Twitter’s Dorsey apologizes to McCain family for ‘unacceptable’ tweet

Twitter CEO Jack Dorsey on Wednesday said he would apologize to the McCain family for taking too long to remove a doctored image that appeared to threaten Meghan McCain.

“That was unacceptable,” Dorsey said while appearing in front of the House Energy and Commerce Committee. “And we don’t want to use our scale as an excuse here.” 

He said he would apologize "personally" to the McCain family.

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On Thursday, while memorial services were held for the late Sen. John McCainJohn Sidney McCainTrump set to have close ally Graham in powerful chairmanship Cindy McCain takes aim at Trump: We need a strong leader, 'not a negative Nancy' McCain would have said ‘enough’ to acrimony in midterms, says Cindy McCain MORE (R-Ariz.) in Arizona, a Twitter user posted a doctored image appearing to threaten to shoot Meghan McCain.

Her husband, Ben Domenech, later tweeted at Dorsey that night, criticizing him because the image remained posted. The image was deleted the next day.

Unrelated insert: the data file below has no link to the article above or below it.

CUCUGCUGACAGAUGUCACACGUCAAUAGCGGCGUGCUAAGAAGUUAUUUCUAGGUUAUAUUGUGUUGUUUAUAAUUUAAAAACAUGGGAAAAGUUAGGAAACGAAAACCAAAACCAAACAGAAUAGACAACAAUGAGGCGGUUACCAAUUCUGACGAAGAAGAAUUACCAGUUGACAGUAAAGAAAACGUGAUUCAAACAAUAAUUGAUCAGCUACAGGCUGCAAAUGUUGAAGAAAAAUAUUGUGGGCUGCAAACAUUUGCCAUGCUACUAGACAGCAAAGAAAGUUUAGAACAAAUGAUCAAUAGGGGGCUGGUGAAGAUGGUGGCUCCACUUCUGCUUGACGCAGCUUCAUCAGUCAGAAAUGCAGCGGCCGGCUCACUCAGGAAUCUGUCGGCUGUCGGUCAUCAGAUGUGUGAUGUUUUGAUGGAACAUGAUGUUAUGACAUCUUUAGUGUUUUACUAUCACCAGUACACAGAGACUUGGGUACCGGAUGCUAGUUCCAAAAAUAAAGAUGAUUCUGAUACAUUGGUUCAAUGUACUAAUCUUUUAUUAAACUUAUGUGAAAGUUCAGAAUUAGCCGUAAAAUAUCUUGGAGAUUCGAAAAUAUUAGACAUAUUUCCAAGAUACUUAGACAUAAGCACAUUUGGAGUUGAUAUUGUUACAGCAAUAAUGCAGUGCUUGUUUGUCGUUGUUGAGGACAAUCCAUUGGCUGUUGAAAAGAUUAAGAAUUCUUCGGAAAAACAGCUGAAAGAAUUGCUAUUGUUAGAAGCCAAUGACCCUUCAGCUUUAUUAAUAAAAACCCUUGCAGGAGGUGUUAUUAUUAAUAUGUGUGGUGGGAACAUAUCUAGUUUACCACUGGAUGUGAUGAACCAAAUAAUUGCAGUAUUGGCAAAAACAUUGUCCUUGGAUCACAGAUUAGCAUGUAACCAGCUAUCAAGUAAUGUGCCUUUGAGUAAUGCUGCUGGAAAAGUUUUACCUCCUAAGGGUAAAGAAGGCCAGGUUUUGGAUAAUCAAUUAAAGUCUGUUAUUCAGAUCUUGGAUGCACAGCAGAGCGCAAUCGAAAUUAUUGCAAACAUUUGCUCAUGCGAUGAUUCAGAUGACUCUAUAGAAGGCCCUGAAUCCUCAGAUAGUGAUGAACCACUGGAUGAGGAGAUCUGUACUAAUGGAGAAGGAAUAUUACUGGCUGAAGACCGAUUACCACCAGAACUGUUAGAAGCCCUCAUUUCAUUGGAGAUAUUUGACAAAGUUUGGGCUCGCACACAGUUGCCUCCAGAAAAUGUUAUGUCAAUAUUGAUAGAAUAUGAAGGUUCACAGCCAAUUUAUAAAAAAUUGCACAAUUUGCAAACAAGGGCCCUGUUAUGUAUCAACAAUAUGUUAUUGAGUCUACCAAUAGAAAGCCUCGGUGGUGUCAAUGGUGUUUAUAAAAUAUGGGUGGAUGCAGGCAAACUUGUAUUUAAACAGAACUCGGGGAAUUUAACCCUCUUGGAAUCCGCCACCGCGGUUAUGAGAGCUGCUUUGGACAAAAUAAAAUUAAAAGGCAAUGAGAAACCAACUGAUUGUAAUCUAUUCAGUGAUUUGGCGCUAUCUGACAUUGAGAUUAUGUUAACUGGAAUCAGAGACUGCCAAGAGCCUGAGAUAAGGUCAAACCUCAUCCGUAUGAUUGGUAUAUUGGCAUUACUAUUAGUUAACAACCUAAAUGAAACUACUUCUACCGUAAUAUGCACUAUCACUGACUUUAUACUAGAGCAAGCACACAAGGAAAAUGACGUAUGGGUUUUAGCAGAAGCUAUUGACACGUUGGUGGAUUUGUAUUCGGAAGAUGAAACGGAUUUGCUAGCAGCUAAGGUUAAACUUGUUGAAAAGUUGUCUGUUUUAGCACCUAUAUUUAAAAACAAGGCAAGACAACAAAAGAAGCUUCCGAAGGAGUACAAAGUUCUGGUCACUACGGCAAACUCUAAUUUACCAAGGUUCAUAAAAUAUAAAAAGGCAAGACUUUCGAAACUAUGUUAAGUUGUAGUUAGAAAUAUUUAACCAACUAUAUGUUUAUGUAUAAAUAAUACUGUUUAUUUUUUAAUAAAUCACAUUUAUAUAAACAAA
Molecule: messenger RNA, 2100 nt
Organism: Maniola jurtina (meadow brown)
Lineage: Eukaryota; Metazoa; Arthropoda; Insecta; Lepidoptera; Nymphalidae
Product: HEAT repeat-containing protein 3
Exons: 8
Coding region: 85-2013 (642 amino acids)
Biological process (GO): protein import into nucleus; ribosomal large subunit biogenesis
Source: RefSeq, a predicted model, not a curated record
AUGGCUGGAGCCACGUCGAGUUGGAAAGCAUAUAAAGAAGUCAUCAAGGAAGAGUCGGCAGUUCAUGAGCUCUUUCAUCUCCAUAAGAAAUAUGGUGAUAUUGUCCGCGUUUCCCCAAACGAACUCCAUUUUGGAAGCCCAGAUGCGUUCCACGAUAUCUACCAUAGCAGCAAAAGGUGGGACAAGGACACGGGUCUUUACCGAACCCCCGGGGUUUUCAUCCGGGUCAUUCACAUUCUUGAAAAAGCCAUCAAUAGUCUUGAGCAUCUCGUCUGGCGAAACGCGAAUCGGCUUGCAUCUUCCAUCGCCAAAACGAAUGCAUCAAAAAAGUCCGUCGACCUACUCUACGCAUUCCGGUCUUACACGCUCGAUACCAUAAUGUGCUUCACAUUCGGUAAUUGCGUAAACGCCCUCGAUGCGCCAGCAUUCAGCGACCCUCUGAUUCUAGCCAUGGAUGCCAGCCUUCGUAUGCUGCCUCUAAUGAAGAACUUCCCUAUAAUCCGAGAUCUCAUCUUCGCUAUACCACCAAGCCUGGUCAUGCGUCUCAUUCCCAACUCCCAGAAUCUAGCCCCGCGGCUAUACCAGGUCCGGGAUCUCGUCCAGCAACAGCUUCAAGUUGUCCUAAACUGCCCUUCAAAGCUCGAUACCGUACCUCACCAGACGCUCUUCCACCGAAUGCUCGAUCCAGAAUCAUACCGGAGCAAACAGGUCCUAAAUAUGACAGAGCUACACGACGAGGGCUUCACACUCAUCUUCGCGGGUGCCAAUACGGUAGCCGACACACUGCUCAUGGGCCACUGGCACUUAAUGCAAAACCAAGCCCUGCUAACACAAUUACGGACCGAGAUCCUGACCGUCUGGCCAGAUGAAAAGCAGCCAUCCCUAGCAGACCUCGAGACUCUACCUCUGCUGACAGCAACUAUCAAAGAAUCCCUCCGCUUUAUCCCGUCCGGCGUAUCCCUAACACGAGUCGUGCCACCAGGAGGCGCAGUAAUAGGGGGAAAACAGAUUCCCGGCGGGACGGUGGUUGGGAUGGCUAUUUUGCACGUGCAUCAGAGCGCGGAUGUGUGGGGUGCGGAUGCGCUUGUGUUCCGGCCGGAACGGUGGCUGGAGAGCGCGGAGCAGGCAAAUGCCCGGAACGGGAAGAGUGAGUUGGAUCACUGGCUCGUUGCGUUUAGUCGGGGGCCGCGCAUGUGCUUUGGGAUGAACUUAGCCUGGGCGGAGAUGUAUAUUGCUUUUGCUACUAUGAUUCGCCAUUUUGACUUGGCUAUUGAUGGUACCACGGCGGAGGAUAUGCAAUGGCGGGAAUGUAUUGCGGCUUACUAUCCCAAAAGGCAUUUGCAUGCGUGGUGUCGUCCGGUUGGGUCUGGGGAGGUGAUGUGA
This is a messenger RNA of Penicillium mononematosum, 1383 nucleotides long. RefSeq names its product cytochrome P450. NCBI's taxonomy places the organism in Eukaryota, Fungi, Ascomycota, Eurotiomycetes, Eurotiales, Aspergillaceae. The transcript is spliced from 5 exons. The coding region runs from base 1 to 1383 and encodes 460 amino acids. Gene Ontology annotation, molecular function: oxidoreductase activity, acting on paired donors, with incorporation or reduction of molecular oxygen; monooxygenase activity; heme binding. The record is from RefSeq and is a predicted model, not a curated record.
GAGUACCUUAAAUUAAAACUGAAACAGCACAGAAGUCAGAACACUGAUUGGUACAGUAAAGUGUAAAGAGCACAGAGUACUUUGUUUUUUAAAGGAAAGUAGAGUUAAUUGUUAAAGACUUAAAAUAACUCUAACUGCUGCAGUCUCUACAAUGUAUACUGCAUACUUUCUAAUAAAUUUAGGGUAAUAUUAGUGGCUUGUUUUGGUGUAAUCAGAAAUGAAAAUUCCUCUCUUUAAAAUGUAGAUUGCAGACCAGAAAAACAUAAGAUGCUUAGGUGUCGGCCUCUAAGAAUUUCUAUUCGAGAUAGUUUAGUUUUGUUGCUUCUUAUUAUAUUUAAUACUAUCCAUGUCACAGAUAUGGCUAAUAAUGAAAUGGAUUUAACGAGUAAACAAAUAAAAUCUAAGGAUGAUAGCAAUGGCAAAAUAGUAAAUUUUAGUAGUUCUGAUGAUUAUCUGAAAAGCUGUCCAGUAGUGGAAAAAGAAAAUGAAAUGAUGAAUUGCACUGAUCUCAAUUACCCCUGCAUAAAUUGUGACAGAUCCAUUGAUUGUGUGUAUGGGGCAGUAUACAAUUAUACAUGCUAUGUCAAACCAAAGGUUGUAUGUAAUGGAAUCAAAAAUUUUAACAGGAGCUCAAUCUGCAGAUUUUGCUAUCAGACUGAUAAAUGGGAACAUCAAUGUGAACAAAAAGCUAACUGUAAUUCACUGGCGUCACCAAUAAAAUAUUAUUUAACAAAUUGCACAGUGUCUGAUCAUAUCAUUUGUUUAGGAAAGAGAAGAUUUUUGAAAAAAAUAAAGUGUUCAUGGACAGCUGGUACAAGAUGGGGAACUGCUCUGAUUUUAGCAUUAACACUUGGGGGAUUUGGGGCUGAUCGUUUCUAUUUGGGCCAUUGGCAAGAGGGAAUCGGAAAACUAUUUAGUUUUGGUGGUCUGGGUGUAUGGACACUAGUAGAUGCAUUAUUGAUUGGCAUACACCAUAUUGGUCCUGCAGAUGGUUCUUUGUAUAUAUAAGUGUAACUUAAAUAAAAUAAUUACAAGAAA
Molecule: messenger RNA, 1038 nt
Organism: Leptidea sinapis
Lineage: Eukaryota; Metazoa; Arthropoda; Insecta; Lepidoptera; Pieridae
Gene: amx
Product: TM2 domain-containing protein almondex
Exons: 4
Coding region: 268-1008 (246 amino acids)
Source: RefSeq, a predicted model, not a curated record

Dorsey was pressed Wednesday on the issue by Rep. Michael BurgessMichael Clifton BurgessCards Against Humanity offering midterm expansion pack in effort to back Dems in key races Overnight Health Care: Bill banning 'gag clauses' on drugs heads to Trump's desk | Romney opposes Utah Medicaid expansion | GOP candidate under fire over ad on pre-existing conditions Twitter’s Dorsey apologizes to McCain family for ‘unacceptable’ tweet MORE (R-Texas), who said “it shouldn’t take hours for something that’s that egregious to be addressed.” 

Dorsey said Twitter is currently building technology that will allow it to identify posts that should be taken down.

“We did take way too many hours to act, and we are using that as a lesson to help improve our systems,” Dorsey said.

After the image was taken down, Domenech deleted his tweet at Dorsey but wrote in another tweet that he still wants Twitter to explain why it didn’t take down the post sooner. 

Dorsey testified before the House Energy and Commerce Committee on Wednesday afternoon on the social media platform's policies related to alleged bias. In the morning, he and Facebook Chief Operating Officer Sheryl Sandberg testified before the Senate Intelligence Committee on election interference.